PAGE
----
It’s Friday, March 13, and UMKC Foundation President Lisa Baronio is in her office for the last time.
Things should be back to normal in four to six weeks, she thinks, maybe April or May. The chancellor had notified her UMKC was moving to an all virtual format. She’s one of the last people in the building, and she’s scrambling to secure everything she needs to take home.
“How does any of this work? What is a Zoom meeting anyway?” Baronio recalls thinking.
For the UMKC Foundation, a thorny path awaits. The organization’s sole duty is to drum up donations for UMKC, money used for scholarships, program and faculty support, endowments, building maintenance and construction projects. April doesn’t bring the good news she had hoped for, however. The stock market falls out and this virus isn’t going away.
“Everyone just lost 25% to 30% of their portfolios. How are they going to give a dime to higher education?” Baronio said.
Despite this, the foundation had a record-setting year for donations, $59 million. The foundation’s success was not without a major caveat though. Most of the fundraising included in that figure took place before March 2020, including two large gifts of $21 and $15 million. The last quarter of the fiscal year for the foundation is March to June, and fundraising during that time slowed dramatically.
The next fiscal year is filled with uncertainty. Baronio met with UMKC Chancellor Mauli Agrawal and the foundation’s board in July to set a fundraising goal. She was uncomfortable setting a goal given her lack of a crystal ball. She doesn’t know when the coronavirus is going to end, doesn’t know when there will be a vaccine and doesn’t know when donors would be comfortable meeting with them again. She set a two-year goal with yearly markers instead.
UMKC is unique in that 90% or more of its fundraising dollars do not come from alumnus, according to Baronio. Much of the money donated comes from foundations and organizations rather than individuals. Those groups that reliably donate to the university have shifted focus since COVID-19 has arrived on the scene.
“They are saying ‘wait, wait, wait, we still love you, and we want to support the university, but not right now,’” Baronio said.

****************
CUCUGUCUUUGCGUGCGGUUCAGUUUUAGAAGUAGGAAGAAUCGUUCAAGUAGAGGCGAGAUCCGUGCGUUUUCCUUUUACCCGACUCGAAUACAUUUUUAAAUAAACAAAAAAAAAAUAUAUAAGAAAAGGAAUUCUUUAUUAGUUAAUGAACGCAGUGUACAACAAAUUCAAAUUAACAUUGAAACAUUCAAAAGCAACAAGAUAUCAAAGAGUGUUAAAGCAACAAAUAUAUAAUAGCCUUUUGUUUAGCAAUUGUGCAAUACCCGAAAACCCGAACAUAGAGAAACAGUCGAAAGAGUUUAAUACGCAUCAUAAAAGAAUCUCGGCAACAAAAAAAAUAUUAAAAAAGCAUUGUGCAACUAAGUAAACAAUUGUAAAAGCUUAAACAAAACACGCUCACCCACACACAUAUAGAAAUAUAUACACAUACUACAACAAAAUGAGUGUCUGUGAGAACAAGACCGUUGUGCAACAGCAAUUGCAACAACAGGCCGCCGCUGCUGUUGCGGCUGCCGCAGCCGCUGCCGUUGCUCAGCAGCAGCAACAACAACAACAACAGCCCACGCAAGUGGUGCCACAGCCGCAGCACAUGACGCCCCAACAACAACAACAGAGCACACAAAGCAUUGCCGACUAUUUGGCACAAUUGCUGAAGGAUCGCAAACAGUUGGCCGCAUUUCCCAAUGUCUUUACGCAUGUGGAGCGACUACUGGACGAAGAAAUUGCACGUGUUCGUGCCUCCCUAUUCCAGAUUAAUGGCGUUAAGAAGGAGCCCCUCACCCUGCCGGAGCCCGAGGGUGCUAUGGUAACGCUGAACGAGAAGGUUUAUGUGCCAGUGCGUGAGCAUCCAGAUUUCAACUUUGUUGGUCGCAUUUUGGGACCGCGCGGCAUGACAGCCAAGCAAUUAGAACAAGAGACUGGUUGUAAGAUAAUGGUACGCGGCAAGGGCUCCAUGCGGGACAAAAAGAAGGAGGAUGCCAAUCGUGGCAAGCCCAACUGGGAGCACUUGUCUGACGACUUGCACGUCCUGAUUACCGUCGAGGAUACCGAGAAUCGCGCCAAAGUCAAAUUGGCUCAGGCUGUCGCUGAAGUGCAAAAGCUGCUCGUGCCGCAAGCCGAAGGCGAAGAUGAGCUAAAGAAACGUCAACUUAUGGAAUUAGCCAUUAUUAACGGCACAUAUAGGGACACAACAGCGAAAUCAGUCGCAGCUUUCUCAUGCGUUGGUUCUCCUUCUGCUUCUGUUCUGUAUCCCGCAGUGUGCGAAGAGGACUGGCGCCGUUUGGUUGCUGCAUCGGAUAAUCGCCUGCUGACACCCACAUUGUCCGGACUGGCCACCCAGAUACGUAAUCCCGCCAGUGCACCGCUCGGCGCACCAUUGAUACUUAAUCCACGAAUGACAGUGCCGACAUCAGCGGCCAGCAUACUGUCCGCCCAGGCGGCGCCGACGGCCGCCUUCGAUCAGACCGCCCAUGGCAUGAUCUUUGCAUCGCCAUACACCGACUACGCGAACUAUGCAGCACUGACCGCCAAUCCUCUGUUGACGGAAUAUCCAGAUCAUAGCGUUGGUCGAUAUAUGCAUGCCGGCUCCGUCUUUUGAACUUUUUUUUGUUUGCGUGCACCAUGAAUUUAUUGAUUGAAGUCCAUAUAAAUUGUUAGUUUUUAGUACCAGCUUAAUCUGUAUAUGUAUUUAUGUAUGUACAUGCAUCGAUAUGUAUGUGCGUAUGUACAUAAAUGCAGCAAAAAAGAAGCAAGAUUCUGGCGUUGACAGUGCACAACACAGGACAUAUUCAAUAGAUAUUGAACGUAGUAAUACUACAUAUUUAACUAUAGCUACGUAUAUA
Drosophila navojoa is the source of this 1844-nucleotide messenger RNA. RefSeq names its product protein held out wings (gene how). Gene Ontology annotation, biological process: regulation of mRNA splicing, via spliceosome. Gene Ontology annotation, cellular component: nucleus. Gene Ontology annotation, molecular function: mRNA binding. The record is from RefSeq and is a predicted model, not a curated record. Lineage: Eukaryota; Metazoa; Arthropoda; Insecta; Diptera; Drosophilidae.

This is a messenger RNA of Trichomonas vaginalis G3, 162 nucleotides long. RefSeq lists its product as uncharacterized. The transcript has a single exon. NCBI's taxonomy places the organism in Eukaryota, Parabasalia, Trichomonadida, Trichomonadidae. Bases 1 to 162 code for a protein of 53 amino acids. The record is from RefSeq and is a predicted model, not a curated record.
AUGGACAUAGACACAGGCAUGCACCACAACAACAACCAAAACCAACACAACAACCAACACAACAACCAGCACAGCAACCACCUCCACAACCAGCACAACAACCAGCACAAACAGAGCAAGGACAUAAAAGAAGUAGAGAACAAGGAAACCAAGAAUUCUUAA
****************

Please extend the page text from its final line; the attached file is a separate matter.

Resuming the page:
Many donors have diverted the funds that previously went to UMKC to the health and human services sector, hoping to curb the impact of the coronavirus pandemic. In response, the UMKC Foundation had to get creative and pivot.
They created a student emergency fund and focused more efforts towards alleviating food insecurity by stocking UMKC’s food pantry. The emergency fund targets students who may be working in retail and restaurants who experience reduced hours or job loss. Baronio said $300 to $500 can be the difference of whether these students decide to stay in school or not.
“Those are lower gifts,” Baronio said. “But they are in areas where people are able to give to those things that touch their heart at this moment, but also support UMKC at the same time.”
To avoid concerns of meeting with donors to secure funds, the foundation solicits smaller donations through social media pages and text-to-donate campaigns.
These fundraising efforts have been something of a success in an otherwise uncertain time, though the foundation hasn’t had many large gifts as they navigate trying to help students stay healthy and in school. Despite the current lack of donations, Baronio remains optimistic that donors will land on their feet and donate again.
“When you get to a certain point in life, you can only have so many coats, so many cars, so many boats, so many houses,” Baronio said. “By establishing a scholarship or endowment, donors can know that they are changing multiple people’s lives, and that’s invaluable.”